By Pietro Rimoldi, A.D. Gharpure, and R.R. Mahajan – Reinforced soil walls offer economic advantages over conventional mass gravity wall systems as the height of the wall increases. The cost of reinforcement constitutes an important part of the total cost of a reinforced soil retaining wall and can be as great as about 25% of the cost of the wall, depending on the wall height, backfill type, and design loading conditions.
It is possible to reduce the total cost of a reinforced soil wall by optimizing the vertical spacing of reinforcing geosynthetic elements, while ensuring the required Factor of Safety for the whole structure.
The reinforcement load in reinforced soil walls is commonly calculated from classic active earth pressure theory using the so-called contributory area approach. In this approach, the lateral earth pressure distribution from Rankine or Coulomb earth pressure theory is integrated over a distance equal to the spacing between reinforcement layers and the resultant load is assigned to the target reinforcement layer. In a tall retaining wall, the reinforcement load can vary with depth over a wide range of values. In such a case, more than one reinforcement type or spacing pattern along the wall height may be desirable.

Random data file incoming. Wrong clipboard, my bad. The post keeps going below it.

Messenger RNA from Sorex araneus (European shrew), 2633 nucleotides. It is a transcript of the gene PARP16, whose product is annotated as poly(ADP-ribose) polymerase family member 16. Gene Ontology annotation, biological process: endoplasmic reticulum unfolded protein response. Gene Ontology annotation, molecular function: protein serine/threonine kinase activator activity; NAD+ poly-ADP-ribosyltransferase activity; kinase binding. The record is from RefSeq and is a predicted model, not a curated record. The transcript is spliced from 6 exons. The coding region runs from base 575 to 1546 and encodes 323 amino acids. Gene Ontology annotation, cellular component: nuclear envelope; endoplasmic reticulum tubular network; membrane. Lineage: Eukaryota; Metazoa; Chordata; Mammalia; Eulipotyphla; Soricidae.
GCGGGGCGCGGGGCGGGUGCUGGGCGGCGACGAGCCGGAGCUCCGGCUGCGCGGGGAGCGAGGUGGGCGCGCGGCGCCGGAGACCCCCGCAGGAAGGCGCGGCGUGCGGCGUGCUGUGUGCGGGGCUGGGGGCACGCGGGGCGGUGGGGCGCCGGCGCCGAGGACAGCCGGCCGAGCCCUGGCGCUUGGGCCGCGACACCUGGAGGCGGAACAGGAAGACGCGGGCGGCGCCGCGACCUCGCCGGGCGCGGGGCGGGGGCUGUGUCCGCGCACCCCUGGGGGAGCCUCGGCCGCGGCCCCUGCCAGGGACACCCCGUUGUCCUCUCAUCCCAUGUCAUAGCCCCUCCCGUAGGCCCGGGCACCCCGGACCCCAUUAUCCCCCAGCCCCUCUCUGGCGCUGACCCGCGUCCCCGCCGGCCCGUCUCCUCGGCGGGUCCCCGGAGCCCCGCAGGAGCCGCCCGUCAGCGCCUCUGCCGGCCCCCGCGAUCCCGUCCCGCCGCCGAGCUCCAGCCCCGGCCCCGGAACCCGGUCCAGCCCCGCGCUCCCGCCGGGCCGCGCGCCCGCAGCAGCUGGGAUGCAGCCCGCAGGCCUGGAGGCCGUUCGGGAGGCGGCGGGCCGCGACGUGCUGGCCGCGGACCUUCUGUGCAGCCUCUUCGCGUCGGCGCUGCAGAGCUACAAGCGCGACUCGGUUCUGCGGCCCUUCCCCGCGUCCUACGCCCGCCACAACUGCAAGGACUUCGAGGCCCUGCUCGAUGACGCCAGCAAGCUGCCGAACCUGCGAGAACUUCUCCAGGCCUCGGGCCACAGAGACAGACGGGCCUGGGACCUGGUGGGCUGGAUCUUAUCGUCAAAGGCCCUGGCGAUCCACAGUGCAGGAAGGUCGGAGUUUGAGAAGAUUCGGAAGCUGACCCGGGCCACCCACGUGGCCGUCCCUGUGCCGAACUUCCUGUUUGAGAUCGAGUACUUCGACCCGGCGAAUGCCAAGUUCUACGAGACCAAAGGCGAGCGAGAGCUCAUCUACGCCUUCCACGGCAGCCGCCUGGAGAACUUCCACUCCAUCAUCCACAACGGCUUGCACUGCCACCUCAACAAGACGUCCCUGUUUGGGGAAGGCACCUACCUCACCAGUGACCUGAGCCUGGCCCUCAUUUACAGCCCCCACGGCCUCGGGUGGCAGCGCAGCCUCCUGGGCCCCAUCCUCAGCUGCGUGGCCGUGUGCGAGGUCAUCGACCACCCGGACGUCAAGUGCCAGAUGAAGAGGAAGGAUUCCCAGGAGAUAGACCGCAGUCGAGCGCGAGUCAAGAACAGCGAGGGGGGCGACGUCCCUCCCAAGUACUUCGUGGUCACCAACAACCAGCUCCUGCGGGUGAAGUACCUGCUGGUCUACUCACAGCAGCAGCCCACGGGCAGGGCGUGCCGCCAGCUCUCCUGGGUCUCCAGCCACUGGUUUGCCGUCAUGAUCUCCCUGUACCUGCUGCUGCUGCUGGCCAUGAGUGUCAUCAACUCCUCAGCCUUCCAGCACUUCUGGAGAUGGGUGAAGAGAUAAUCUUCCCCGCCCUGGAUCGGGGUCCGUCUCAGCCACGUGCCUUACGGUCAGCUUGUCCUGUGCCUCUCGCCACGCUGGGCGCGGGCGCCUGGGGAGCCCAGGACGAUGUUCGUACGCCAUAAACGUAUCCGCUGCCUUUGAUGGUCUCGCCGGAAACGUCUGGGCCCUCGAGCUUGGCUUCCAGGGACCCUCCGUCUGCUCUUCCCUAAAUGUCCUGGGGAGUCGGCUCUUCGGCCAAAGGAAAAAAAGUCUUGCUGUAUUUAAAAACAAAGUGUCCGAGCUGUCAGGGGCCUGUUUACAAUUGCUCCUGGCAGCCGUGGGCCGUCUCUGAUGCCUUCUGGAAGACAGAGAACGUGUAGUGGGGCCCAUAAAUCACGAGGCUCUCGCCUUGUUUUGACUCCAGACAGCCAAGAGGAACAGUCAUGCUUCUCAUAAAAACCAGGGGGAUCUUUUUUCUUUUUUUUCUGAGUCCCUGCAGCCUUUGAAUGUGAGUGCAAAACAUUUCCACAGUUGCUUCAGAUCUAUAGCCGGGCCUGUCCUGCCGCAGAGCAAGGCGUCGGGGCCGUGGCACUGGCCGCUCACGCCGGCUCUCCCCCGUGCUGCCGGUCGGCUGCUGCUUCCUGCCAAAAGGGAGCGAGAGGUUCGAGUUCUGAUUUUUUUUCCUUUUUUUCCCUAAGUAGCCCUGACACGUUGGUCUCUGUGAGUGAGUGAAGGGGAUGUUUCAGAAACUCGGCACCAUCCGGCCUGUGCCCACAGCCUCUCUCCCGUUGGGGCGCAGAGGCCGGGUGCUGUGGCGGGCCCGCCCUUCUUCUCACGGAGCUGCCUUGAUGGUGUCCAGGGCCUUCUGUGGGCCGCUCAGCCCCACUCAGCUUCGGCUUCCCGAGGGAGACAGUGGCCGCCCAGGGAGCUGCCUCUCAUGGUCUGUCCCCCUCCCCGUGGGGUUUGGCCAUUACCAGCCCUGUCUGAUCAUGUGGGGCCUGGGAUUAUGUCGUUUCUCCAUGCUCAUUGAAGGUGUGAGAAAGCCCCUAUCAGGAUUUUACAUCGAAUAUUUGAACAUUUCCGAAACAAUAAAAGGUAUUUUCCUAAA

Generally speaking, reinforcing geosynthetic elements with 200 kN/m ultimate tensile strength cost less than twice of a reinforcing geosynthetic with 100 kN/m ultimate tensile strength: hence a solution with half number of double-strength reinforcing layers will cost less than a solution with a double number of half-strength reinforcing layers.
International research and state-of-the-art practice have demonstrated that the former solution, if properly designed, ensures the same or even higher Factors of Safety than the latter solution. In particular, very tall geogrid reinforced soil walls have been built with 2 – 3 m vertical spacing between the primary reinforcing layers, even in very highly seismic areas, with excellent results both in terms of total costs and structural safety.
HYBRID REINFORCED SOIL STRUCTURES